Stem Cells to Cure Blindness

The study of stem cells and their potential, as well as the development of techniques that allow their manipulation and application in health, is one of the latest and most promising discoveries of the science to cure a lot of diseases of the modern society.

Stem cells are undifferentiated cells, in other words, they don’t have a specific function. They can turn into several different cell types, through a process called “differentiation.” They are capable of dividing and renewing themselves for long periods, and they can give rise to specialized cell types. Its main feature is the ability to develop into several types of tissues that constitute the human body. They can be of two types: embryonic or adult. The embryonic ones are those that are removed from the animal still in the embryo phase. As a main characteristic, they are a big capacity to become any other cell type. Adult stem cells can be found in several parts of the human body. The most commonly used for medicinal purposes are the cells of the umbilical cord, of the placenta and of the bone marrow. For besides the bone marrow, other tissues where we can extract adult stem cells are retina, cornea, pulp gums, skin, liver, gastrointestinal tract and pancreas. Because they are extracted from the own patient, they offer small rejection risk in medical treatments. The main disadvantage of adult stem cells in relation to embryonic stem cells is their smallest transformation capacity.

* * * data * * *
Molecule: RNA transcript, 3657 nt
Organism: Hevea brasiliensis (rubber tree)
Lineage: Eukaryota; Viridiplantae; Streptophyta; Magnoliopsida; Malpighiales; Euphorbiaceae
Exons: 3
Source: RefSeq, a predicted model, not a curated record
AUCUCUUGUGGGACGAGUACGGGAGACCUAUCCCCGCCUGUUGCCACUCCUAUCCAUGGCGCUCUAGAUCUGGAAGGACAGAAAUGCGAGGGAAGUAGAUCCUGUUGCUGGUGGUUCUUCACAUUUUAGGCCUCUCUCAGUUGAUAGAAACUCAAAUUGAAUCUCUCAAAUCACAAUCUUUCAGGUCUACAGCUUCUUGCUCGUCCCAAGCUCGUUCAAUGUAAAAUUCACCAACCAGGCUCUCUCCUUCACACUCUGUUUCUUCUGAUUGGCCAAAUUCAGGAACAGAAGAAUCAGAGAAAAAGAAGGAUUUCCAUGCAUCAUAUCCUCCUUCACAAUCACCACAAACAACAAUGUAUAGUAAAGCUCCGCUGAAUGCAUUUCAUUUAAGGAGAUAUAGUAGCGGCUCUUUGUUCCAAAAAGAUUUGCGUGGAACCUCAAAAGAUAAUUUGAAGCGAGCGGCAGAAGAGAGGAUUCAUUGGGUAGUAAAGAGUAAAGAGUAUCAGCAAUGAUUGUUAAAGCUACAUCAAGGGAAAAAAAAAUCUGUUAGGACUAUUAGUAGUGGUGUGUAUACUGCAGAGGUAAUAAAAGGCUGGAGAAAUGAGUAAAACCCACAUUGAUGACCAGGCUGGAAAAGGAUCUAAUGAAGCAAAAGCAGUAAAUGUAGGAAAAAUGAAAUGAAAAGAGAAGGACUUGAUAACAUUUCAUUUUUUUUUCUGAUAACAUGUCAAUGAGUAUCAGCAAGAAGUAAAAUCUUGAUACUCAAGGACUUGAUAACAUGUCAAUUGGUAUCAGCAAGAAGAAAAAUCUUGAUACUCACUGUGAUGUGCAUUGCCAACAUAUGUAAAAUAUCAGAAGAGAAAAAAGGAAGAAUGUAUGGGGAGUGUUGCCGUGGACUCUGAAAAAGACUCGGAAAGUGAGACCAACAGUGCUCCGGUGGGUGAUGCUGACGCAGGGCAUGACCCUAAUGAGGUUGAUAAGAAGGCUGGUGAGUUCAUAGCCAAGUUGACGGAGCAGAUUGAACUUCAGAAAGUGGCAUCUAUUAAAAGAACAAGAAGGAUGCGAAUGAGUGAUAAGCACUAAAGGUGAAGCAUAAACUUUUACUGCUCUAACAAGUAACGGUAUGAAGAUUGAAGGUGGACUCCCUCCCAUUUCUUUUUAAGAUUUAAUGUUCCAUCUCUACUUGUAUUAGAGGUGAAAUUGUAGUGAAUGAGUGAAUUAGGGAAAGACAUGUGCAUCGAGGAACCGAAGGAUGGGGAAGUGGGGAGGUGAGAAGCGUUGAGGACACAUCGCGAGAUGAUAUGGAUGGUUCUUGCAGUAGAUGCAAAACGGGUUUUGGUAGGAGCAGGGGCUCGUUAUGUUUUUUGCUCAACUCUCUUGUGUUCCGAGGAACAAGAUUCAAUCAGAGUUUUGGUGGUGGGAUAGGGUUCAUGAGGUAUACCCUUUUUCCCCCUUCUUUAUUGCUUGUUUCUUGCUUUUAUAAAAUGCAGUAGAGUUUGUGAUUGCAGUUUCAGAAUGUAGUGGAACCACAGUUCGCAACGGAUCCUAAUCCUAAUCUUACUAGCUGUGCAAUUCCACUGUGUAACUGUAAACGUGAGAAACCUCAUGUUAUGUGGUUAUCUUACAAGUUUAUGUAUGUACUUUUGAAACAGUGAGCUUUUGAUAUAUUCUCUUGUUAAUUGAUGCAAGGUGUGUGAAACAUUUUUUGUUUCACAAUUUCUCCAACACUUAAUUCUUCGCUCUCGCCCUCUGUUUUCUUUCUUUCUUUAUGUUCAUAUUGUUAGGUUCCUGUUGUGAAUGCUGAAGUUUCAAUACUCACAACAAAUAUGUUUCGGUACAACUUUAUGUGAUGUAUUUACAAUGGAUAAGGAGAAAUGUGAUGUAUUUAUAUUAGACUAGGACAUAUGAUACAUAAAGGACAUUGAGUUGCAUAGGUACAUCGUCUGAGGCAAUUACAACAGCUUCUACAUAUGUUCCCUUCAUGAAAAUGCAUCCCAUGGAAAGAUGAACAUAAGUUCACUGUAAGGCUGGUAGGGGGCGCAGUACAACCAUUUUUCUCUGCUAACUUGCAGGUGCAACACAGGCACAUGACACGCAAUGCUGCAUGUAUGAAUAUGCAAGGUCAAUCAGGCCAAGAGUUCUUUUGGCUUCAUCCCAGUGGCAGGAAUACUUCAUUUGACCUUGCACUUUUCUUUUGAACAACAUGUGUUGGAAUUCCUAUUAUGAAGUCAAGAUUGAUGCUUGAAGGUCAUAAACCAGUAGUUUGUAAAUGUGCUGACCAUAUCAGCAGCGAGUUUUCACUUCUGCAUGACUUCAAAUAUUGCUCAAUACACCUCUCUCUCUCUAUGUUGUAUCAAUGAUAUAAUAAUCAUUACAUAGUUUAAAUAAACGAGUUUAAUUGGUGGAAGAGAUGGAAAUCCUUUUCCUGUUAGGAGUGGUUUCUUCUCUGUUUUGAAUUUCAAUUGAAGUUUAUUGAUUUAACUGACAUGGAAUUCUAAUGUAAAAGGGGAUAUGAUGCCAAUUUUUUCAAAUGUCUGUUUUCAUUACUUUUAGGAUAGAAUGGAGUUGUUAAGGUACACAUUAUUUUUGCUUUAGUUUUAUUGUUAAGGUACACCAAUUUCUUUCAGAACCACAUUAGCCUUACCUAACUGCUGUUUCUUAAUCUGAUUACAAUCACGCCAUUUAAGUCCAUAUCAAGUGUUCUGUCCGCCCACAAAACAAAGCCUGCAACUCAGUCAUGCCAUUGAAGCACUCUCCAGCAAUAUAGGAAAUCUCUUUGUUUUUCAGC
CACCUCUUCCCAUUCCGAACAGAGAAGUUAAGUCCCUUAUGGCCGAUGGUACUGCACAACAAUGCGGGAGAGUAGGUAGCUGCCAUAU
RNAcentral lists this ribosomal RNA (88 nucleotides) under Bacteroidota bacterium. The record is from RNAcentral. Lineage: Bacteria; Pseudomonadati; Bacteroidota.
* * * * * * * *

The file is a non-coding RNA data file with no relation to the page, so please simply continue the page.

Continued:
Scientists have been trying to find the cure for several diseases – Parkinson, Alzheimer, stroke, diabetes, heart disease and even paralysis – using stem cells, especially embryonic cells but in many countries, legal impediments exist for the use of these cells and some other countries don’t have explicit laws to regulate research on human stem cells.

Because of these impediments, stem cells have more used have been the adult ones, found in adult’s bone marrow, which have the potential to differentiate into different cell lines. These cells have the ability to self-renew during a lifetime of the organism.

It has been having investigations in order to manipulate adult stem cells to differentiate into cells of different tissues such as nervous cells, brain, liver and heart.

The researches in the treatment and cure of diseases with stem cells have been revealing auspicious. Here’s good news, which brings hope to people who are blind or having reduced vision, published in Jun 3, 2009 in the article “Stem Cell Contact Lenses Cure Blindness in Less Than a Month” by Adam Frucci. It was restored the sight of three persons, two blind of one of the eyes and one with very low vision in one of the eyes, in less than a month, with contact lenses coated with culture of stem cells.

They were extracted stem cells from healthy eyes, which were grown in contact lenses for 10 days and then put in the respective ones patient. In the period of 10 to 14 days of use, the cells began to colonize and to repair the cornea.

The degree of recovery of the vision in these three patients was not same. Those with total blindness started to get to read large letters while the third patient, who had still some vision capacity, passed to see normally.

The research team is encouraged with the results but is still cautious: they still remain doubts as to know the correction of vision will be permanent. For now, it is encouraging that the patients have been not only recovered the vision but also they have maintained the recovery of the vision to the date of publication of the article (18 months after intervention).

The simplicity of the technique and its low cost will allow that eventually it is carried out in countries with low resources.

It seems that we can have hope that the stem cells are in the future the cure, if not for great part of the diseases, at least for some.

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